Database Management Basics

Database management is a system to manage information that is essential to an organization’s business operations. It includes data storage and distribution to application programs and users making changes as needed, monitoring changes in the data and preventing the data from becoming corrupted by unexpected failures. It is a part of a company’s overall informational infrastructure, which supports decision-making and corporate growth, as well as compliance with laws such as the GDPR and the California Consumer Privacy Act.

The first database systems were created in the 1960s by Charles Bachman, IBM and others. They developed into information management systems (IMS) which allowed for the storage and retrieve massive amounts of data for a wide range of uses, from calculating inventory to supporting complicated human resources and financial accounting functions.

A database is a set of tables which organize data in accordance with a specific pattern, such as one-to-many relationships. It makes use of primary keys to identify records and permits cross-references between tables. Each table has a variety of fields, known as attributes, that provide information about the data entities. Relational models, invented by E. F. “Ted” Codd in the 1970s at IBM and IBM, are among the most popular database type in the present. This model is based on normalizing data to make it easier to use. It also makes it easier to update data since it eliminates the need to change different sections of the database.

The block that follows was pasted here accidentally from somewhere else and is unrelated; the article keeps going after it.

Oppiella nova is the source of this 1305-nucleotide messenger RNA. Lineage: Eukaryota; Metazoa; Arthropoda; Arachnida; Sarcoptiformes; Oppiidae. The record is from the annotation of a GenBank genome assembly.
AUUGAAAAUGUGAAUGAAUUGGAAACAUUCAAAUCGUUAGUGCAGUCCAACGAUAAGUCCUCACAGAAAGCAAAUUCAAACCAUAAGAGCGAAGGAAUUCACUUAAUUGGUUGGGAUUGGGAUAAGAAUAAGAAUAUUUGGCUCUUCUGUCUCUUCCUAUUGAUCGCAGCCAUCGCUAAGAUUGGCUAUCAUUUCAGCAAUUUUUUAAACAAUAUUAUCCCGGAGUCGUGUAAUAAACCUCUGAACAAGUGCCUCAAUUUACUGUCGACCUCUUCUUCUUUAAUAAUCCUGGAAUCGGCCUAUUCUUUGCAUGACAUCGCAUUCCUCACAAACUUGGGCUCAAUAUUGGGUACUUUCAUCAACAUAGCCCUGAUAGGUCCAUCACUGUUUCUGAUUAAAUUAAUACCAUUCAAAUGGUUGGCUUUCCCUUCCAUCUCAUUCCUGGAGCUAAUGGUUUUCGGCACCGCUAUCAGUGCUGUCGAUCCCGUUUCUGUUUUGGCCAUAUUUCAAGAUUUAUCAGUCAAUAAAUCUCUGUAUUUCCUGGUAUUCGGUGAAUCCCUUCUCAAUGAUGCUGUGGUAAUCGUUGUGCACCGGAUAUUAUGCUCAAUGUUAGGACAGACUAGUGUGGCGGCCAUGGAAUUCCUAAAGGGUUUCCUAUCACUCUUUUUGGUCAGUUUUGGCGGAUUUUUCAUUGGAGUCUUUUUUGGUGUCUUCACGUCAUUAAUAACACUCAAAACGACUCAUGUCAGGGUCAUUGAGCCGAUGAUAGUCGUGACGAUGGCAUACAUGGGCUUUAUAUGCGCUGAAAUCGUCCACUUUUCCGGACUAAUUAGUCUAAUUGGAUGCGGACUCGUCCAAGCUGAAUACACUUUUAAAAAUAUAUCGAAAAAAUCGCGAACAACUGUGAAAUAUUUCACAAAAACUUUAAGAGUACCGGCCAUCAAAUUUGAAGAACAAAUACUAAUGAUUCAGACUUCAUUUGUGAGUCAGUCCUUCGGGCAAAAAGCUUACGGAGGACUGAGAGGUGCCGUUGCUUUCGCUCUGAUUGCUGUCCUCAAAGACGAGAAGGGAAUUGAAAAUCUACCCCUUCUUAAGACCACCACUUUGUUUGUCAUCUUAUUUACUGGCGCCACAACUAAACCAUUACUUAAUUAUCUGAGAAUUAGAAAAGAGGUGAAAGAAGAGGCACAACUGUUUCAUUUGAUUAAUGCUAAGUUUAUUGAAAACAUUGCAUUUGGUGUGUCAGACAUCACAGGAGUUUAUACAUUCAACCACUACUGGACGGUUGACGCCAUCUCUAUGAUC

Most DBMSs are able to support different types of databases by providing different internal and external levels of organization. The internal level is concerned with cost, scalability, and other operational issues, including the physical layout of the database. The external level is how the database is displayed in user interfaces and other applications. It could comprise a combination of different external views (based on the different data models) and could also include virtual tables that are created from generic data in order to improve performance.






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